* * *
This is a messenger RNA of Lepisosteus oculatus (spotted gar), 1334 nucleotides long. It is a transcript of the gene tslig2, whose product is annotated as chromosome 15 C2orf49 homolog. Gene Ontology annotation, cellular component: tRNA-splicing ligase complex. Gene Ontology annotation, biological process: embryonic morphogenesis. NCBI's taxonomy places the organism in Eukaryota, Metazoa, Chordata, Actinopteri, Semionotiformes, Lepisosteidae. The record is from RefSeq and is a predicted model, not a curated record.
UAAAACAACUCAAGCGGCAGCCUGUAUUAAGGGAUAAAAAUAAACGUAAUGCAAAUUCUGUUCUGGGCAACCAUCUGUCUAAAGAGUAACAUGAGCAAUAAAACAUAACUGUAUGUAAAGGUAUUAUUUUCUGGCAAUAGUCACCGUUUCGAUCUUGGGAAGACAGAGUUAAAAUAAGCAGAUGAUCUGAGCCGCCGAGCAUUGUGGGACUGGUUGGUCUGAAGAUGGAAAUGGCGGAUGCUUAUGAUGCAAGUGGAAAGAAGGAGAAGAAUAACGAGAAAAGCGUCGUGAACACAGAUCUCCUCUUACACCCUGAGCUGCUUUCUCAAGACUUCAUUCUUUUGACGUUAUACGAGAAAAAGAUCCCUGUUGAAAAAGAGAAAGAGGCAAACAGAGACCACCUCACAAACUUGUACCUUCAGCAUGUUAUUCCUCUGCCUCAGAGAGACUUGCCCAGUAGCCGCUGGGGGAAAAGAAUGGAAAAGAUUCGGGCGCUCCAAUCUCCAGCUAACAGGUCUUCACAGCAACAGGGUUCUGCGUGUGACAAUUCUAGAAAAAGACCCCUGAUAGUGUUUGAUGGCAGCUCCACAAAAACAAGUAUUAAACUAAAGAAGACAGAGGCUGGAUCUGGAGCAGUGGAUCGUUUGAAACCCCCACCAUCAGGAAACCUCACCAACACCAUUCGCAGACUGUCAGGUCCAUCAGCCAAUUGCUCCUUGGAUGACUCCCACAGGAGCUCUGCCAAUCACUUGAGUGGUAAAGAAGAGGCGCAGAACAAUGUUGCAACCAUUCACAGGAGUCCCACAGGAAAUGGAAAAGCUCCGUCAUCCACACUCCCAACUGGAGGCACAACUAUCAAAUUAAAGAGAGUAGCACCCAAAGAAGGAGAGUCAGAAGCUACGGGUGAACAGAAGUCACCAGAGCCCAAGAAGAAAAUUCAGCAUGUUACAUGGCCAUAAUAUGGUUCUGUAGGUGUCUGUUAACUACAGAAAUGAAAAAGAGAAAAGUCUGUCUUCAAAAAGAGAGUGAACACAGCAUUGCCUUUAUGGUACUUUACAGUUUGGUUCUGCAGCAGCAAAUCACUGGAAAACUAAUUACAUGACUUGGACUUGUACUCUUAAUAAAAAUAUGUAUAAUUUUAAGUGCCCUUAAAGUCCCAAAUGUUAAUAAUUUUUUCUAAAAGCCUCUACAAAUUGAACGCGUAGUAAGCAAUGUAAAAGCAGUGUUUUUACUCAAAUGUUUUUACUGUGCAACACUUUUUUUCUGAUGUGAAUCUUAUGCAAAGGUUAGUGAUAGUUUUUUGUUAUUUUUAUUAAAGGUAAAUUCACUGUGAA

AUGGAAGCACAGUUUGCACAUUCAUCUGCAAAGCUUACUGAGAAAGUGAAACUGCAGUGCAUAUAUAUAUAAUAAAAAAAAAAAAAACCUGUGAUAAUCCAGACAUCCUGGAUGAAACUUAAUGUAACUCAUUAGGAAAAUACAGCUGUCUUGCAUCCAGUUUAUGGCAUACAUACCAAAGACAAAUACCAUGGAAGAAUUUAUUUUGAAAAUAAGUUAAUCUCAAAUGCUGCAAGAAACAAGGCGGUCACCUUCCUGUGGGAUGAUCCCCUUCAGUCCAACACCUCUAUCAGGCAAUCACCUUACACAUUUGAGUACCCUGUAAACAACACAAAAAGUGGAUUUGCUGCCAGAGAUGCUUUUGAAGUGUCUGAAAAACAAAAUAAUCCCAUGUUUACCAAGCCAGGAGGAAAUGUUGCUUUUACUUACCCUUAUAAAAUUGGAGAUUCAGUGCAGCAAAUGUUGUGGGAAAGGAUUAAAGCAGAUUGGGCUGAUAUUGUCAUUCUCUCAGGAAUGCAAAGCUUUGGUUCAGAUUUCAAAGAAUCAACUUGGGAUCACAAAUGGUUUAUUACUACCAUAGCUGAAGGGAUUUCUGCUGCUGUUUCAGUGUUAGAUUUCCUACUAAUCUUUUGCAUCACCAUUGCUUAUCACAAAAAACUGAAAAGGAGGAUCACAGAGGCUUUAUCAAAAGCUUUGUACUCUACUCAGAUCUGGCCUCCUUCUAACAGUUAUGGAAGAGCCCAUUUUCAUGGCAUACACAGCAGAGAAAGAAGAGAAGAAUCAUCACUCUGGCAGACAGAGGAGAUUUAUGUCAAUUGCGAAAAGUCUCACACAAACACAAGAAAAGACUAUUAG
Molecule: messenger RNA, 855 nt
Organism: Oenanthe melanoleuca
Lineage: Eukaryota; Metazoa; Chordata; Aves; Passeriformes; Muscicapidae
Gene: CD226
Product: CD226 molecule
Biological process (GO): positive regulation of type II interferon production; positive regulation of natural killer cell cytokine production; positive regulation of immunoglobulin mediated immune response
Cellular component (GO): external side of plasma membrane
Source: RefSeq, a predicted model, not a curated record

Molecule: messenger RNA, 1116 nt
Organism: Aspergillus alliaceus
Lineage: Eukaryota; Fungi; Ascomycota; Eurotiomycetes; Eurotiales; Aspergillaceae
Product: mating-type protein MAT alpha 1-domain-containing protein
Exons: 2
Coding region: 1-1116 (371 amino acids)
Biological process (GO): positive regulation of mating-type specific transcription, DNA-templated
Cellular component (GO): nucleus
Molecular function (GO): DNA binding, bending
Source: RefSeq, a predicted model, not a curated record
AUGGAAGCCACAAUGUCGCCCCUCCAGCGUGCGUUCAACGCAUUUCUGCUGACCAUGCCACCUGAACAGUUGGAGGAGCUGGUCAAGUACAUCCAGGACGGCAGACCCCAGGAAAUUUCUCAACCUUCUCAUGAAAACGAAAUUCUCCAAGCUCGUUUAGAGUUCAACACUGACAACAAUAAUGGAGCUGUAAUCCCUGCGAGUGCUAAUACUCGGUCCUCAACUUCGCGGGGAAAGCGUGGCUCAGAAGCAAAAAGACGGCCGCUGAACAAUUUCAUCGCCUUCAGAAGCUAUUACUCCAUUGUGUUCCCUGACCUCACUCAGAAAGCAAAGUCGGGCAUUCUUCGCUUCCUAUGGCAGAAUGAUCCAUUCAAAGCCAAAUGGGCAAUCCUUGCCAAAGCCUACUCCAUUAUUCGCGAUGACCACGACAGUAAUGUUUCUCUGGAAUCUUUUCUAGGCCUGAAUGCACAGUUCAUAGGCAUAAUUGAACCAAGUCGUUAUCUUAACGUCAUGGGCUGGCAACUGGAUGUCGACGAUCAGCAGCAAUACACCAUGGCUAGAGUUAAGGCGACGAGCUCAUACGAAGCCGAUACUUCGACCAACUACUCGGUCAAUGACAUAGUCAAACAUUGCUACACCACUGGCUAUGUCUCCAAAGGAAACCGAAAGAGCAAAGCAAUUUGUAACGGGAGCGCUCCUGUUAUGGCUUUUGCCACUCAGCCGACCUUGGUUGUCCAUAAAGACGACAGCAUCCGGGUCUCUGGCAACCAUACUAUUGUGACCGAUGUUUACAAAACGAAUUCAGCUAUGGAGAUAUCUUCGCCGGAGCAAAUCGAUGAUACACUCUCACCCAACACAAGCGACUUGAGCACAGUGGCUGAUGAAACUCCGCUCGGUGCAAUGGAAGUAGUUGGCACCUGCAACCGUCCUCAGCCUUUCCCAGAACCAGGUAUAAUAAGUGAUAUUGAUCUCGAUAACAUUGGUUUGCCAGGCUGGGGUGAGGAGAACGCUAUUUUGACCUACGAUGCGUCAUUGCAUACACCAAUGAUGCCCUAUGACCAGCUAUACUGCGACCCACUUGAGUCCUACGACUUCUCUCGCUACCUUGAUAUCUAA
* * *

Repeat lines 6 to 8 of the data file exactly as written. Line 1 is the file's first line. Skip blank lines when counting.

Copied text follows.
Lineage: Eukaryota; Metazoa; Chordata; Aves; Passeriformes; Muscicapidae
Gene: CD226
Product: CD226 molecule